Could the USA follow New Zealand’s lead and reform its gun laws?

New Zealand Prime Minister Jacinda Ardern speaks to the media during a press conference at the Justice and Emergency Services precinct on March 28, 2019 in Christchurch, New Zealand. The...

New Zealand’s parliament has passed a bill to ban assault rifles and semi-automatic weapons.


New Zealand's parliament has voted almost unanimously to reform their current gun laws.

By 119 votes to one, New Zealand's politicians have overwhelmingly backed Prime Minister Jacinta Ardern's motion to bring in more gun controls.

New Zealand has now passed a law which will ban all assault rifles and semi-automatic weapons.

This vote was reactive following the recent tragedy in Christchurch, New Zealand. Australian white supremacist Brenton Tarrant killed more than 50 people when he attacked a mosque in March.

New Zealand's parliament has acted promptly to reform their gun laws but mass shootings like this are regular occurrences in the United States of America.

Can the USA learn lessons from New Zealand and reform its own gun laws in the near future?

The Second Amendment

AR-15 style rifles and shotguns for sale at Blue Ridge Arsenal in Chantilly, Va., USA on January 9, 2015.

In the United States, citizens' gun rights are enshrined in the constitution. The Second Amendment gives the right to bear arms and that has been upheld through generations.

This amendment has existed since the 18th century and is considered an important part of American tradition and history.

But given the alarming rate of gun-related crime in the United States, there have been growing calls to reform or abolish the Second Amendment.

However, in reality, this seems unlikely. The United States' political system is designed to make constitutional change exceedingly difficult.

To approve a change, an amendment proposal would need a supermajority in US Congress - two-thirds of all members present in both the House of Representative and the Senate.

Then, the proposal would need to be ratified by three-quarters of the legislative bodies representing the 50 states in America.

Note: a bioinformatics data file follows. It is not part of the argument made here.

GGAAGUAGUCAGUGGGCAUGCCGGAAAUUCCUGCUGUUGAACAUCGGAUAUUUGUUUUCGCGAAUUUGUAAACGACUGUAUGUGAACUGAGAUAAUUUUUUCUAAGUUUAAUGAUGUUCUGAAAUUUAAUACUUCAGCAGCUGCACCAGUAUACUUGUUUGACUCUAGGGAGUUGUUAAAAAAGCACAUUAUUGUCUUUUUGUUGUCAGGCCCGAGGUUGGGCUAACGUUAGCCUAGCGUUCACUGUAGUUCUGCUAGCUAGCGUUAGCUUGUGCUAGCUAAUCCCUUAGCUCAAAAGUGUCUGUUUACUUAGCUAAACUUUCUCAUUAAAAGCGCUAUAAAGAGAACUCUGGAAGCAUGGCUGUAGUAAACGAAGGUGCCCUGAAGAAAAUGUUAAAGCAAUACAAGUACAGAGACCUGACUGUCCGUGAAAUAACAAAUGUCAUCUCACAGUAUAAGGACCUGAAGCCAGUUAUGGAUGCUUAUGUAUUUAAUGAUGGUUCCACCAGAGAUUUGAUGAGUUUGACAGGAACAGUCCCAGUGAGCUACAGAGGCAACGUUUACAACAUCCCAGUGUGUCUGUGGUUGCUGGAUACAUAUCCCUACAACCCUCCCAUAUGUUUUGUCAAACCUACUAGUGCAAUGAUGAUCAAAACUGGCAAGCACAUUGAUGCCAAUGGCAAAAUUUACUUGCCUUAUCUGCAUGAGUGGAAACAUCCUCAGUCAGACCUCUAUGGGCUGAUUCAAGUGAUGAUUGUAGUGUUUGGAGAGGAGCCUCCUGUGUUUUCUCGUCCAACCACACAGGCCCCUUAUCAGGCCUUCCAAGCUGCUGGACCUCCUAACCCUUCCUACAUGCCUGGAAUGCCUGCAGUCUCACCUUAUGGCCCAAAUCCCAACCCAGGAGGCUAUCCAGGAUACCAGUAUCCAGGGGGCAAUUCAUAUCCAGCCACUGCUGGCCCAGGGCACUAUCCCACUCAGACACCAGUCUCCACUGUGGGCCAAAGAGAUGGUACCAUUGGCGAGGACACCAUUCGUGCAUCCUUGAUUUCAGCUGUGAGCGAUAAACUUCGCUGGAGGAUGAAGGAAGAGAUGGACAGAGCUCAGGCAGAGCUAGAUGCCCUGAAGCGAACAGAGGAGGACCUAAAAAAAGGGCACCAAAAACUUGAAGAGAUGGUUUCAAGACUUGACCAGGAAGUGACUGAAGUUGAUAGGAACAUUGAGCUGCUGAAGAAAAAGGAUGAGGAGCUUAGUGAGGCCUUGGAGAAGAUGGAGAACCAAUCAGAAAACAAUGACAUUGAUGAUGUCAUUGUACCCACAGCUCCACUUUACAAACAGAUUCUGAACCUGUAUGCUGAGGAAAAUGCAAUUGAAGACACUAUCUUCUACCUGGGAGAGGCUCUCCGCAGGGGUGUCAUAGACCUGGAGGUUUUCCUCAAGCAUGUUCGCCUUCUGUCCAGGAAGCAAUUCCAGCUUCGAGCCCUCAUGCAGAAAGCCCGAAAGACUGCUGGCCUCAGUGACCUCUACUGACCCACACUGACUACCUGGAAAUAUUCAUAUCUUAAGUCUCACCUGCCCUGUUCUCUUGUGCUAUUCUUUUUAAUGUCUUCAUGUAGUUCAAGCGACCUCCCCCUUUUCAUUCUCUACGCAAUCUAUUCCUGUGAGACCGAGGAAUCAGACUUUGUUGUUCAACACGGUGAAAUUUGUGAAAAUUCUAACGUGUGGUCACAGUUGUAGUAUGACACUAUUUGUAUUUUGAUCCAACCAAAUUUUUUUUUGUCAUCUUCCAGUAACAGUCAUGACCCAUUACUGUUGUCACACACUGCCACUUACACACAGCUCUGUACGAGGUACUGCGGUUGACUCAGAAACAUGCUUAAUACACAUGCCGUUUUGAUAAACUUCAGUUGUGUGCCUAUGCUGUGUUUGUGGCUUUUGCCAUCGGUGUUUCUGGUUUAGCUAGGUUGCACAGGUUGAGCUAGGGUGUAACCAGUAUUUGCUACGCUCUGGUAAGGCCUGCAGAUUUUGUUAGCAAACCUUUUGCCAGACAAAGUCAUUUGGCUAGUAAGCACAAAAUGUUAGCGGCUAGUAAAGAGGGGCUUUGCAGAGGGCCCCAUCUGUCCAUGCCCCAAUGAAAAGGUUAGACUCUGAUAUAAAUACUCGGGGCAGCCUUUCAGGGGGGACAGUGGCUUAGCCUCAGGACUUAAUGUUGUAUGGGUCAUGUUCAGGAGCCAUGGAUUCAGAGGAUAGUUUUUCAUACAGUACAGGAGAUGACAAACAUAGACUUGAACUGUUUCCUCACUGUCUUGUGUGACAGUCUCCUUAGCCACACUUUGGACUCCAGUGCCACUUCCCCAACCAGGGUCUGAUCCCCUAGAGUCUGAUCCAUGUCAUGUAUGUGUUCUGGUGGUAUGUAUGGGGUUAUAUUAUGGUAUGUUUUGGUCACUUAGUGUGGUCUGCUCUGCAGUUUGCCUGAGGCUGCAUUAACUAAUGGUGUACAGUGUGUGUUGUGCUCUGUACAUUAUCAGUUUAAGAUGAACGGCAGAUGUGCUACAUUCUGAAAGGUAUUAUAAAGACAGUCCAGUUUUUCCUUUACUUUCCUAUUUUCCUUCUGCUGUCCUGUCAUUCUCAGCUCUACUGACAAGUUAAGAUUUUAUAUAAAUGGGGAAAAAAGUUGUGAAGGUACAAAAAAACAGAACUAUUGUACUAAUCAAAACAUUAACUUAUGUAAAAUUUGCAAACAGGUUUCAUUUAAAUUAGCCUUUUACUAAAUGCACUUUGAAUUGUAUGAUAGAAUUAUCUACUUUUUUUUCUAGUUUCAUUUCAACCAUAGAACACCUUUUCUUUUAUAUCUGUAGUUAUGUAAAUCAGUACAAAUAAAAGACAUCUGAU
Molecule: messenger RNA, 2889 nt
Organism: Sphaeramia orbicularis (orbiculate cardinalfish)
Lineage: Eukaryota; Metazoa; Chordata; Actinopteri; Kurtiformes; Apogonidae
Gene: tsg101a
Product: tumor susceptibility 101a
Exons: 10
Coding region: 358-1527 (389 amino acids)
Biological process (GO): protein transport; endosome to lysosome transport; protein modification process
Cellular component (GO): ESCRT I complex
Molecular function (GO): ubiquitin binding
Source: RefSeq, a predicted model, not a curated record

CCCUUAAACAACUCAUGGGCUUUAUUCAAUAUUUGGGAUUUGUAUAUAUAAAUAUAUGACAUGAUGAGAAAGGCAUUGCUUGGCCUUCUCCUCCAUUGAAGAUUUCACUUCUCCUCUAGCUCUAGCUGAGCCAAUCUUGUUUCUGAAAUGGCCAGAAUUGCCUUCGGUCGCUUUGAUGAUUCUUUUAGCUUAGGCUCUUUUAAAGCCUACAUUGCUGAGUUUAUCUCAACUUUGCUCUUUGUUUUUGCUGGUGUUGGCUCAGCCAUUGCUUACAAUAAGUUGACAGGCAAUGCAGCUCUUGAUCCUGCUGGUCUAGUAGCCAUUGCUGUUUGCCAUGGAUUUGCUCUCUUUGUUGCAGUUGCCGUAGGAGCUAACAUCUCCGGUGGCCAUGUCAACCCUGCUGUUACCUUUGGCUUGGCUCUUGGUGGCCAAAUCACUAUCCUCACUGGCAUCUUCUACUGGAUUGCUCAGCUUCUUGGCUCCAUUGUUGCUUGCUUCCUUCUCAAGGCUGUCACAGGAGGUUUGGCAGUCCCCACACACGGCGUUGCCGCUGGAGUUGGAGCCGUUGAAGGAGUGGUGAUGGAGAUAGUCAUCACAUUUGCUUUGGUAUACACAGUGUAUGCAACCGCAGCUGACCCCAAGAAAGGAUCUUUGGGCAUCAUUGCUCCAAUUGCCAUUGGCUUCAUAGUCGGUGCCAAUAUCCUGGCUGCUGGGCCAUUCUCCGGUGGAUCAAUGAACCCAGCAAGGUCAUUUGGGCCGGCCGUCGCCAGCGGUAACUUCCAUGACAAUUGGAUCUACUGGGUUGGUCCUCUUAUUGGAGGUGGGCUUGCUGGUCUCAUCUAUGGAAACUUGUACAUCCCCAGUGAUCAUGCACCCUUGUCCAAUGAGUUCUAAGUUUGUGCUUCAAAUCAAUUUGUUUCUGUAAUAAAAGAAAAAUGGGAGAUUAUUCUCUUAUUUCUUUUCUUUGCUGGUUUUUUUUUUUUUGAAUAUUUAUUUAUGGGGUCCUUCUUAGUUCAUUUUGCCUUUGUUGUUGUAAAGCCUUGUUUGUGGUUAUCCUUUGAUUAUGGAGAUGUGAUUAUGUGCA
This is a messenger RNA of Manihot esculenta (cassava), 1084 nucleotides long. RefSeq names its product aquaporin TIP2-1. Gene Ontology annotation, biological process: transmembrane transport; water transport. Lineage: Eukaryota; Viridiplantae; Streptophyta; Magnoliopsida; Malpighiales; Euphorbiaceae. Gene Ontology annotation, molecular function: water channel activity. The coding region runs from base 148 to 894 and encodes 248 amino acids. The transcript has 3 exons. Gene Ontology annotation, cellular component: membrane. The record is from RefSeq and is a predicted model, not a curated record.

Currently, obtaining both a supermajority in Congress and state ratification for repealing the Second Amendment would be a near-impossible task.

NRA: a grip on Congress

Gun advocate James Singer (C) takes part in a counter-protest in response to protesters opposing the NRA's annual convention on Saturday, May 5, 2018 in Dallas, Texas. (Photo by Loren...

One major stumbling block for the gun control campaign is financial: the National Rifle Association has a strong grip on Congress thanks to their financial clout.

The NRA - also known as the gun lobby - spend heavily with large donations to ensure politicians share their political agenda.

According to AJC, the NRA paid $7,740,521 to John McCain and $3,303,355 to Marco Rubio: two well-known Republican senators.

LBC reports that Donald Trump received more than $20,000,000 during his successful presidential campaign, while the NRA's donations to Republican Congress candidates during the 2016 elections totalled more than $17,000,000.

Alaska representative Don Young is a Board Member for the NRA and there are countless other examples of how the organisation has embedded itself deep within the US political system.

The NRA's hold on both chambers makes it nearly impossible for Congress to pass through any gun control legislation with a supermajority.

Shift on the horizon?


But as times progress, perhaps the NRA's grip is loosening; a shift in attitudes towards gun ownership might be on the horizon.

According to an article by The Guardian, the NRA faces a battle as anti-gun groups rise up with growing popularity.

The NRA has long been considered the most powerful player in American politics when it comes to non-profit organisations but that could be challenged as its reputation is damaged with each mass shooting, allowing opposition groups to grow stronger.

But the NRA boasts more than five million members and they still have the financial clout to overpower rival groups - at least for the next few years.

Concluding remarks

While New Zealand was able to quickly pass through a reactive law to bring in gun controls, the United States will struggle to follow suit for several reasons.

Firstly, the process of constitutional amendment is too inflexible to allow for reactive changes.

Then, you have the issue of the NRA's leverage within American politics which should protect their agenda for the meantime.

But there is also a prevailing attitude that the 'right to bear arms' is a constitutional right and constitutional rights must not be interfered with.

This is something that is culturally hardwired into many Americans and even a mass shooting cannot shift this mentality in some people. 

The United States are heading in the right direction but it could be years, and probably even decades, before we see any drastic movement on this issue.

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